Peaceful marchers protest excessive police force


Fifty-one years after Martin Luther King Jr. delivered his “I Have a Dream” speech, cries of “No justice, no peace” rang out in the streets of downtown Wilmington. A group of about 50 protestors marched hand in hand down Red Cross Street Aug. 28, making its way to the 1898 Monument on North third Street.

The nonviolent march served to honor the anniversary of Dr. King’s speech and also bring awareness to victims of perceived excessive use of force by police. Many of the protestors held signs bearing the names Brandon Smith, Trevon Robinson, Ronald Roland and Grace Denk, the four victims killed by police in Wilmington since October 2013.

In the shadow of the 1898 Monument, a memorial commemorating the racial violence of 1898, family and friends of the victims took turns addressing the crowd. Denk’s friend, Kaitlyn Carpenter, read a letter written by Denk’s mother, Bonnie Anderson. The letter described how a 911 responder found Denk in her car, despondent and intoxicated, and shot her three times in the chest and twice in the arm.

“She was stolen from us and it feels like only yesterday,” Anderson wrote. “Events such as this are important because they serve to bring awareness to others and to keep our loved ones’ memories alive. … This excessive use of force has no boundaries.”

Sonya Patrick, chairwoman of the New Hanover County Black Leadership Caucus, said it was important to honor Dr. King’s memory by taking a peaceful approach to protesting.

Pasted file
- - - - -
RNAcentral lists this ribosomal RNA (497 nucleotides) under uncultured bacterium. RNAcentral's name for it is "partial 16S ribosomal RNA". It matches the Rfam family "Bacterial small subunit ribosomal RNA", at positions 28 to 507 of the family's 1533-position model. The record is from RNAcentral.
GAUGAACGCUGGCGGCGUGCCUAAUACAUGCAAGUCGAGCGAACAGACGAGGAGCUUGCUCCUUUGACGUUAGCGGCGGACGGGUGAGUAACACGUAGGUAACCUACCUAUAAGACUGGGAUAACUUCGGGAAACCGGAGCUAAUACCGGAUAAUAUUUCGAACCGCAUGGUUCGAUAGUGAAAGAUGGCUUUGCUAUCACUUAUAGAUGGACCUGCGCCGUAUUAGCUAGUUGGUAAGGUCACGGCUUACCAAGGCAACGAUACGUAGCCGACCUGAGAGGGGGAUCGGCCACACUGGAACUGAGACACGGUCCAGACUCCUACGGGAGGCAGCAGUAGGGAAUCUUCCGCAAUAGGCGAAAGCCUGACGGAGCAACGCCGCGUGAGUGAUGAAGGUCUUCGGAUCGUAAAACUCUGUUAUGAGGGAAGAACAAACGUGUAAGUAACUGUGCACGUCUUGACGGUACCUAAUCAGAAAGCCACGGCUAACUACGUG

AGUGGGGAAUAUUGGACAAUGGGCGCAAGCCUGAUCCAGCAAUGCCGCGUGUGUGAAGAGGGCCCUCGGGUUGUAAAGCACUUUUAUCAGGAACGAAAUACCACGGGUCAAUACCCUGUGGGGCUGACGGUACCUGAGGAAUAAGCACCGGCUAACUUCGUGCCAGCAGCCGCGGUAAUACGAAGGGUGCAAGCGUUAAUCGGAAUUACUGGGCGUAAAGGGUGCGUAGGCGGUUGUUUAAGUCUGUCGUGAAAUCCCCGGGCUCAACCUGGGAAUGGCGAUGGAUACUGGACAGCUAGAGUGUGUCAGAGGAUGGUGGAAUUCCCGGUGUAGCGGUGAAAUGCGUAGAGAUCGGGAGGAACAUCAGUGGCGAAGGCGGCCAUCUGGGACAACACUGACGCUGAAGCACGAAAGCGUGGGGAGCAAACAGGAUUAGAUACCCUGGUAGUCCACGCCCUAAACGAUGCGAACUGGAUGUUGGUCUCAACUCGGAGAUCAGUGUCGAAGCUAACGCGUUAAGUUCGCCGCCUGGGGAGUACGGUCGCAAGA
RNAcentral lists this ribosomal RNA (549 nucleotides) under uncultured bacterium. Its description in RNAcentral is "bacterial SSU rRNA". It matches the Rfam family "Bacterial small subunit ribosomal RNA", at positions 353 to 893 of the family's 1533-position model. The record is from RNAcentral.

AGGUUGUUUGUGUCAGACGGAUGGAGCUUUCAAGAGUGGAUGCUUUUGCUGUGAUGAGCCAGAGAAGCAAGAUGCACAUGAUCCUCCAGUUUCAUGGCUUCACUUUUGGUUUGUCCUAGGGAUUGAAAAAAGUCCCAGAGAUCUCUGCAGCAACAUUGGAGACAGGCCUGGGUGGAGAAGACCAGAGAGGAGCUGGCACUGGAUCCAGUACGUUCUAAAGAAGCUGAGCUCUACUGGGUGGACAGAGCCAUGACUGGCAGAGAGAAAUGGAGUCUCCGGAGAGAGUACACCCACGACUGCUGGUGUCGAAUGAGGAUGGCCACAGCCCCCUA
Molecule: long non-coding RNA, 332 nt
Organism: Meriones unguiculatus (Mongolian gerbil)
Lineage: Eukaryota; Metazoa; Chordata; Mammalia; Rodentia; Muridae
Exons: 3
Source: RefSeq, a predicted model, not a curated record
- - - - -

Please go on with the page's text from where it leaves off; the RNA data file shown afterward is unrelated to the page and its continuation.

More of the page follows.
“In the words of Martin Luther King, ‘The ultimate measure of a man is not where he stands in moments of comfort and convenience, but where he stands at times of challenge and controversy,’” Patrick said. “We can’t just stand back and do nothing … there are too many mothers crying and too many children dying.”

After family members were recognized, pastor Steven Gates spoke passionately to the gathering.

“When I see Brandon Smith’s mother and sister and wife having to bury their son, husband and brother, I ask the question why,” Gates said. “When I see the senseless murders in the streets of Wilmington, I ask the question why.”

Smith’s family stood nearby, listening to Gates. Smith was shot by law enforcement in October 2013 while attempting to pull an object from his belt. He was ultimately found to be unarmed at the time of the shooting.

Georgia Davis, Smith’s sister, said she attended the protest to help prevent other families from going through what hers did.

“The longer you stay quiet, the more men and women are going to lay dead in the street,” Davis said.

Smith’s mother, Dorothy Davis, added that she wished police had used stun guns or dogs to give her son the opportunity to go to jail and be tried by a jury.



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